But it is science fictional in more ways than mere rambling, literally and figuratively. Two of its main characters, after meeting in Vienna, spend much time alone on an island in the Pacific for twenty years, stopping in Palestine on the way to their voluntary exile. They return via boat to Palestine at the end of their exile and see all the marvels that Herzl wishes to impress upon you. One of the first things they see when returning to Palestine is an electric railway suspended above the streets.

This Palestine is a majority-Jewish state that is nevertheless tolerant of all ethnicities and religions; there is an Arab character who has little point more than to proclaim how tolerant this ‘New Society’ (Herzl’s term) is. It is a world where newspapers are run by their subscribers and take no advertising money. People live lives of meaningful labor and appreciation of the arts.

But if one reads the book with knowledge of how the region would really turn out in the twentieth century, the ‘New Society’ comes off as cruelly ironic. Those who have done their reading know that inter-communal relations within Israel are far from rosy; the more astute will notice that Herzl mentions Sidon and Tyre as being part of this Palestine; in our world they are in Lebanon, a country that Israel has fought two savage wars of peace, and has withdrawn from that country twice in ignominy. Perhaps even more biting is that the named characters visit Quneitra, portrayed as part of this Jewish state, whereas in reality it is in the contested Golan Heights.

Perhaps the most bitter irony in the entire book is that Herzl’s Palestine has no military.

The Old New Land is a book that betrays many assumptions that Herzl had as he led the Zionist movement. There was this assumption that the Zionists could waltz into the land and everything would be fine and dandy, woefully ignorant of the fact that the large Arab population of the land would simply take a colonization lying down.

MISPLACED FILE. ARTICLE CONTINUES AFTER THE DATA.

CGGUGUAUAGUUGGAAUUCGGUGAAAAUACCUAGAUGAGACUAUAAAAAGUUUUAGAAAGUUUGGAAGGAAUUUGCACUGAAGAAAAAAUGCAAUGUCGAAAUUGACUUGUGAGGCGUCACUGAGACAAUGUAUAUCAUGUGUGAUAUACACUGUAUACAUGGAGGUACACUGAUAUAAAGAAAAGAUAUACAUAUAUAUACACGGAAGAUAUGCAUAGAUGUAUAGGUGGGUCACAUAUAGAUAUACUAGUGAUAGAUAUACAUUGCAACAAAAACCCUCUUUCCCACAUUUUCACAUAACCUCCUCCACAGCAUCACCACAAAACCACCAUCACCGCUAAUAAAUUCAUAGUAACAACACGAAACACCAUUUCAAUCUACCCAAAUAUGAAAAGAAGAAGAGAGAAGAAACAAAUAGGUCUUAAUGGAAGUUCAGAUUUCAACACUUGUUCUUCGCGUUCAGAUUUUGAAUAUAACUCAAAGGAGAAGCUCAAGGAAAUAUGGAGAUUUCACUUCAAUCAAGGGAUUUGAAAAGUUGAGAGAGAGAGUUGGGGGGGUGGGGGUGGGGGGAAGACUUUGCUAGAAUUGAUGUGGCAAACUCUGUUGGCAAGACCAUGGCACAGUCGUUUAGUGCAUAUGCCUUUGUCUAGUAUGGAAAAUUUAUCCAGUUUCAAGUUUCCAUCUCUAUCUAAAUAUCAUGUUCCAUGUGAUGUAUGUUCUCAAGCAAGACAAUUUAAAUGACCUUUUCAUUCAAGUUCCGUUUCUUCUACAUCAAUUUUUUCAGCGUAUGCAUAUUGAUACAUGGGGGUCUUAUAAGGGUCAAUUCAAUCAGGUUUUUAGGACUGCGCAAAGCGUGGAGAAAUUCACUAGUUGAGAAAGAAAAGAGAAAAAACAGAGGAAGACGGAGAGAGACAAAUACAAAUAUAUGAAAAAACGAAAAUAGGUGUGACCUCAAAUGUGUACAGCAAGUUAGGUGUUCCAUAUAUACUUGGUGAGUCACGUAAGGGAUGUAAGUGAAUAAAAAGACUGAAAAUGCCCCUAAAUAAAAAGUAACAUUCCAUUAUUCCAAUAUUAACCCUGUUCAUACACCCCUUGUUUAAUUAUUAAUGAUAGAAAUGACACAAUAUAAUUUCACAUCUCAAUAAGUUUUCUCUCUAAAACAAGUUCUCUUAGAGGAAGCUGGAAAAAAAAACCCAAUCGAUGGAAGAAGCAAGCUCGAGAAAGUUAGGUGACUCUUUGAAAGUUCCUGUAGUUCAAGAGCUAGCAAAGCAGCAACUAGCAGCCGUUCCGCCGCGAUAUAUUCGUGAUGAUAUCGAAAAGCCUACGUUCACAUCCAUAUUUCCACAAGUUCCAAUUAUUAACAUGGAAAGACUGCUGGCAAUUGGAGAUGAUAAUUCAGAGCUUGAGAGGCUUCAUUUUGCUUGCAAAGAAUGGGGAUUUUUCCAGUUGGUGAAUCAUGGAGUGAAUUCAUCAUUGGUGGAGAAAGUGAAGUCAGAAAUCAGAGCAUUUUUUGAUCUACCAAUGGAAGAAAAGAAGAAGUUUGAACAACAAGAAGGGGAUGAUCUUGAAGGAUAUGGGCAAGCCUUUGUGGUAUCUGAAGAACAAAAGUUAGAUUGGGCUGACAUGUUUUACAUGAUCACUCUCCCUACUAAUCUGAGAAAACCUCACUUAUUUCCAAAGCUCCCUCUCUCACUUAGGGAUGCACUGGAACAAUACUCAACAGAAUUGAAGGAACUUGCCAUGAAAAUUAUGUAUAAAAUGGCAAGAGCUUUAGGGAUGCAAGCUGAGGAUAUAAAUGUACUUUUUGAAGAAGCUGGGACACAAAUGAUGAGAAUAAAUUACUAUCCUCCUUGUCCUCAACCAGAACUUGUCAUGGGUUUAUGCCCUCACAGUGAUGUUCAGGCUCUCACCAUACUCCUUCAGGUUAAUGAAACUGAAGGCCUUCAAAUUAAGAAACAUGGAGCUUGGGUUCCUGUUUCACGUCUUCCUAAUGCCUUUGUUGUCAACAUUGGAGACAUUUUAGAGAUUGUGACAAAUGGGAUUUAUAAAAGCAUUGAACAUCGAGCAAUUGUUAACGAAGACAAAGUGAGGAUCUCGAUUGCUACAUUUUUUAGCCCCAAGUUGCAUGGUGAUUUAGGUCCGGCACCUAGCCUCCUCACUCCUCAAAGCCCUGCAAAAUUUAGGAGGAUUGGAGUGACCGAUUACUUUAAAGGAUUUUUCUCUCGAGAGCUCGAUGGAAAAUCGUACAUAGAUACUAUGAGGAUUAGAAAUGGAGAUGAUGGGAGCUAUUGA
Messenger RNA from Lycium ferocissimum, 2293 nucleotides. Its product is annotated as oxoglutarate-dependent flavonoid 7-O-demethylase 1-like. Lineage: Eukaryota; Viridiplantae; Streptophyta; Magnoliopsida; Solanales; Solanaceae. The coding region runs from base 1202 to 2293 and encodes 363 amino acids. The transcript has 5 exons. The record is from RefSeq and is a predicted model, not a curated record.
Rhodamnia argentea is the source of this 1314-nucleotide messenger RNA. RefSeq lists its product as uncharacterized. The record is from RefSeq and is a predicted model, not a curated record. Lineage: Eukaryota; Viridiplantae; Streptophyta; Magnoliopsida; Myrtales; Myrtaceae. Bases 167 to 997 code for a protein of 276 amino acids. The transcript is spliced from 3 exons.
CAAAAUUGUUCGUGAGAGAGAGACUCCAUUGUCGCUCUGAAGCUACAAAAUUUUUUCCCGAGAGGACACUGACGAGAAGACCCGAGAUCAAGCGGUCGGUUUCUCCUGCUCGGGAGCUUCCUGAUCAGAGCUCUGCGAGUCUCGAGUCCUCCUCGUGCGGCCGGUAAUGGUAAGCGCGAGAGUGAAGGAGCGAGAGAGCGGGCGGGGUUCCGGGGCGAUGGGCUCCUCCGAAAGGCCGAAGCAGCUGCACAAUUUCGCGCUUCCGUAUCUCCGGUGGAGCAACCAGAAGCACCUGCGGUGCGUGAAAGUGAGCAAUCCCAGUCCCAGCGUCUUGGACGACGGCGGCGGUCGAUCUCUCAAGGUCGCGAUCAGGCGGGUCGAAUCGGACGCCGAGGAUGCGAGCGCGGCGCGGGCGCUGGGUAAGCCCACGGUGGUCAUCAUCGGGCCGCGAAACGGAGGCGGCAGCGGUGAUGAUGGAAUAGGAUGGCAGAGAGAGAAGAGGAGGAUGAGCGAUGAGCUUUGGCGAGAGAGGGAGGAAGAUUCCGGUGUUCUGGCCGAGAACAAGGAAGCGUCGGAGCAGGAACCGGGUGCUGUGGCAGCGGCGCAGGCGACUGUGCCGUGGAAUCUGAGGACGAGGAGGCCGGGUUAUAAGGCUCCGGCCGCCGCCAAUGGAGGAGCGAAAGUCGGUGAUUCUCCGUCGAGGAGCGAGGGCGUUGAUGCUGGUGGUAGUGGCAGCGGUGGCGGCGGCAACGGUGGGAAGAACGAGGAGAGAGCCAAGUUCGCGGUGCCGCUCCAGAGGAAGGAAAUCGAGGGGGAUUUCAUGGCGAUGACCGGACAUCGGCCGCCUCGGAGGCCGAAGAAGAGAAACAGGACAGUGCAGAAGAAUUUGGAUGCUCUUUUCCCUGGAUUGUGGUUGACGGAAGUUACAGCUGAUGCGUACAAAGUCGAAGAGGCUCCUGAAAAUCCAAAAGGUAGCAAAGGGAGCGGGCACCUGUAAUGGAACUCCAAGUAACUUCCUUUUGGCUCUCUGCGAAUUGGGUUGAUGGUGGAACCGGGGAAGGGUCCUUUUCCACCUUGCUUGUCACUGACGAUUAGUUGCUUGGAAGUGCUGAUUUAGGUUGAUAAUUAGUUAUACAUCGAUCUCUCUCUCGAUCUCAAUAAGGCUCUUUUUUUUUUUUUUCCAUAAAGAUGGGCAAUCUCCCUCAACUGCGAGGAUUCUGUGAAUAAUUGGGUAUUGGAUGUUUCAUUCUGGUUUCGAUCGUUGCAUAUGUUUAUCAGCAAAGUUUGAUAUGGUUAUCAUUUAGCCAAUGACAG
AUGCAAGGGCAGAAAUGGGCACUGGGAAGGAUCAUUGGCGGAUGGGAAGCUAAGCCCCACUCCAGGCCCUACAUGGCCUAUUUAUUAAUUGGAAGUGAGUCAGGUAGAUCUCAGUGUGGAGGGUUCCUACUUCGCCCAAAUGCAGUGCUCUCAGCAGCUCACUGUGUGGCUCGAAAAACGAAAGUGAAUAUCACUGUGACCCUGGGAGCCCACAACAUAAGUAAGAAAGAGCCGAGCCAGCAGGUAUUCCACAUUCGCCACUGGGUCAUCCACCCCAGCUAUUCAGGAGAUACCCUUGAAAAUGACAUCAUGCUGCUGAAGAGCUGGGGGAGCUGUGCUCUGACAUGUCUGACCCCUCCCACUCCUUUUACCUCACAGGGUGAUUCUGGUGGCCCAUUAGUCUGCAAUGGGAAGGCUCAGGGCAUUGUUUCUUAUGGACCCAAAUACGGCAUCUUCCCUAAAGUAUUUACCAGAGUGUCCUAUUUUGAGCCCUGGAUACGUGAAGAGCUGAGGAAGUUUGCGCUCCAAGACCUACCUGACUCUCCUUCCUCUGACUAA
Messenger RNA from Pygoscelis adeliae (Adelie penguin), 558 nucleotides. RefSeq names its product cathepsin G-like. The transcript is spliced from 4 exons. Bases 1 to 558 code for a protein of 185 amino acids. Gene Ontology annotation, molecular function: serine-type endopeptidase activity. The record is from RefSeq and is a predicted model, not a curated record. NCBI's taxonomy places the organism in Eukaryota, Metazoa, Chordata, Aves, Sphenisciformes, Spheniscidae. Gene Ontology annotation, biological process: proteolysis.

It is here that we should remember that ‘utopia,’ when translated from Greek, can be rendered as a ‘non-place,’ a place that does not exist.

So we must then ask: “Was the world of The Old New Land, one where Jews and Arabs lived in harmony without any major violence, even possible?”

No. It was not.

The way that the Zionist movement thought of itself, the Land of Israel, and the Arabs simply did not permit it. They wanted a homeland for the Jews, and primarily for the Jews. There were some thinkers that advocated living in peace and tolerance, and one odd fellow who proposed intermixing with the Arabs, as they were a fellow Semitic people, and that the fellahin of Palestine were the descendants of the Jews of the Tanakh. But there were many others of a harder bent that openly advocated the ethnic cleansing of Arabs from the land. This went all the way up to Herzl himself; he said in his diaries that:

“we shall try to spirit the penniless population across the border by procuring employment for it in the transit countries, while denying it any employment in our country […] The removal of the poor must be carried out discreetly and circumspectly.”

Others were even more forceful against the Arabs. There was a movement, called Revisionist Zionism, spearheaded by Ze’ev Jabotinsky that advocated a hard line against the Arabs. For example:

“Yet if homeless Jewry demands Palestine for itself it is "immoral" because it does not suit the native population. Such morality may be accepted among cannibals, but not in a civilised world. The soil does not belong to those who possess land in excess but to those who do not possess any. It is an act of simple justice to alienate part of their land from those nations who are numbered among the great landowners of the world, in order to provide a place of refuge for a homeless, wandering people. And if such a big landowning nation resists which is perfectly natural – it must be made to comply by compulsion. Justice that is enforced does not cease to be justice. This is the only Arab policy that we shall find possible.”